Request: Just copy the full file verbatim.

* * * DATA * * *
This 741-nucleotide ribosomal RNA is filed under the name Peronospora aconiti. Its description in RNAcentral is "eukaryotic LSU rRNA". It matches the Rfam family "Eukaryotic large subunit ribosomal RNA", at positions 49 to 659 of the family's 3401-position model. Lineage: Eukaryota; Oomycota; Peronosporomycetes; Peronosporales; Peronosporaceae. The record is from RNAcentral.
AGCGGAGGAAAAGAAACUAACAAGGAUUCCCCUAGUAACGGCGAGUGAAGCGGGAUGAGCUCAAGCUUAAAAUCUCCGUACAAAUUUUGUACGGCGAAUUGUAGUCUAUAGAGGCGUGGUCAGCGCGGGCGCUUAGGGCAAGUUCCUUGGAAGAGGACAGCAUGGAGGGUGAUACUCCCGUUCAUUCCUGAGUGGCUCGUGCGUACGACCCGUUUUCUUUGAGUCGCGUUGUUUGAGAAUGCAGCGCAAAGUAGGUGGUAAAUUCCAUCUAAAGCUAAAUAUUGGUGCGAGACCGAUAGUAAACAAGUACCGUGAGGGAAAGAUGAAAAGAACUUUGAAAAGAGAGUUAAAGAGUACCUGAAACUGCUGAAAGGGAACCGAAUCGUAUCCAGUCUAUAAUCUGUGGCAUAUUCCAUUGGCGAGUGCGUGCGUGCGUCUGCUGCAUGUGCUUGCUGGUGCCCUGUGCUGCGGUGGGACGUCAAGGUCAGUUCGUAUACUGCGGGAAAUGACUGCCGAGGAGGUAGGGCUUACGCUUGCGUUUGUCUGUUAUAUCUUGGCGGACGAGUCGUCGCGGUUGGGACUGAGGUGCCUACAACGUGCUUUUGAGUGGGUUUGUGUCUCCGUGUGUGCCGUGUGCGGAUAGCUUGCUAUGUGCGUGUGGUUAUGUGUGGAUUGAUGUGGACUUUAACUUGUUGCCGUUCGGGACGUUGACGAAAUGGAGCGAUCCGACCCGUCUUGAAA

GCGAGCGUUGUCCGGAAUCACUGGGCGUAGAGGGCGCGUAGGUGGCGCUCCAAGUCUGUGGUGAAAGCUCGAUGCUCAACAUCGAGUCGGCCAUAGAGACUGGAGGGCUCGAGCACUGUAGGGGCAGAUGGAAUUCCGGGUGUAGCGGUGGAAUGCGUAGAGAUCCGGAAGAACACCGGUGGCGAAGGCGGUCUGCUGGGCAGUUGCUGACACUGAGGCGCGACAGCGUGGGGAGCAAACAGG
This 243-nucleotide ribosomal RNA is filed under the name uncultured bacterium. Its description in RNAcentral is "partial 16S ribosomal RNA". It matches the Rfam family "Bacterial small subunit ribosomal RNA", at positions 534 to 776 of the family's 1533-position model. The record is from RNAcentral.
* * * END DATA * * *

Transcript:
This 741-nucleotide ribosomal RNA is filed under the name Peronospora aconiti. Its description in RNAcentral is "eukaryotic LSU rRNA". It matches the Rfam family "Eukaryotic large subunit ribosomal RNA", at positions 49 to 659 of the family's 3401-position model. Lineage: Eukaryota; Oomycota; Peronosporomycetes; Peronosporales; Peronosporaceae. The record is from RNAcentral.
AGCGGAGGAAAAGAAACUAACAAGGAUUCCCCUAGUAACGGCGAGUGAAGCGGGAUGAGCUCAAGCUUAAAAUCUCCGUACAAAUUUUGUACGGCGAAUUGUAGUCUAUAGAGGCGUGGUCAGCGCGGGCGCUUAGGGCAAGUUCCUUGGAAGAGGACAGCAUGGAGGGUGAUACUCCCGUUCAUUCCUGAGUGGCUCGUGCGUACGACCCGUUUUCUUUGAGUCGCGUUGUUUGAGAAUGCAGCGCAAAGUAGGUGGUAAAUUCCAUCUAAAGCUAAAUAUUGGUGCGAGACCGAUAGUAAACAAGUACCGUGAGGGAAAGAUGAAAAGAACUUUGAAAAGAGAGUUAAAGAGUACCUGAAACUGCUGAAAGGGAACCGAAUCGUAUCCAGUCUAUAAUCUGUGGCAUAUUCCAUUGGCGAGUGCGUGCGUGCGUCUGCUGCAUGUGCUUGCUGGUGCCCUGUGCUGCGGUGGGACGUCAAGGUCAGUUCGUAUACUGCGGGAAAUGACUGCCGAGGAGGUAGGGCUUACGCUUGCGUUUGUCUGUUAUAUCUUGGCGGACGAGUCGUCGCGGUUGGGACUGAGGUGCCUACAACGUGCUUUUGAGUGGGUUUGUGUCUCCGUGUGUGCCGUGUGCGGAUAGCUUGCUAUGUGCGUGUGGUUAUGUGUGGAUUGAUGUGGACUUUAACUUGUUGCCGUUCGGGACGUUGACGAAAUGGAGCGAUCCGACCCGUCUUGAAA

GCGAGCGUUGUCCGGAAUCACUGGGCGUAGAGGGCGCGUAGGUGGCGCUCCAAGUCUGUGGUGAAAGCUCGAUGCUCAACAUCGAGUCGGCCAUAGAGACUGGAGGGCUCGAGCACUGUAGGGGCAGAUGGAAUUCCGGGUGUAGCGGUGGAAUGCGUAGAGAUCCGGAAGAACACCGGUGGCGAAGGCGGUCUGCUGGGCAGUUGCUGACACUGAGGCGCGACAGCGUGGGGAGCAAACAGG
This 243-nucleotide ribosomal RNA is filed under the name uncultured bacterium. Its description in RNAcentral is "partial 16S ribosomal RNA". It matches the Rfam family "Bacterial small subunit ribosomal RNA", at positions 534 to 776 of the family's 1533-position model. The record is from RNAcentral.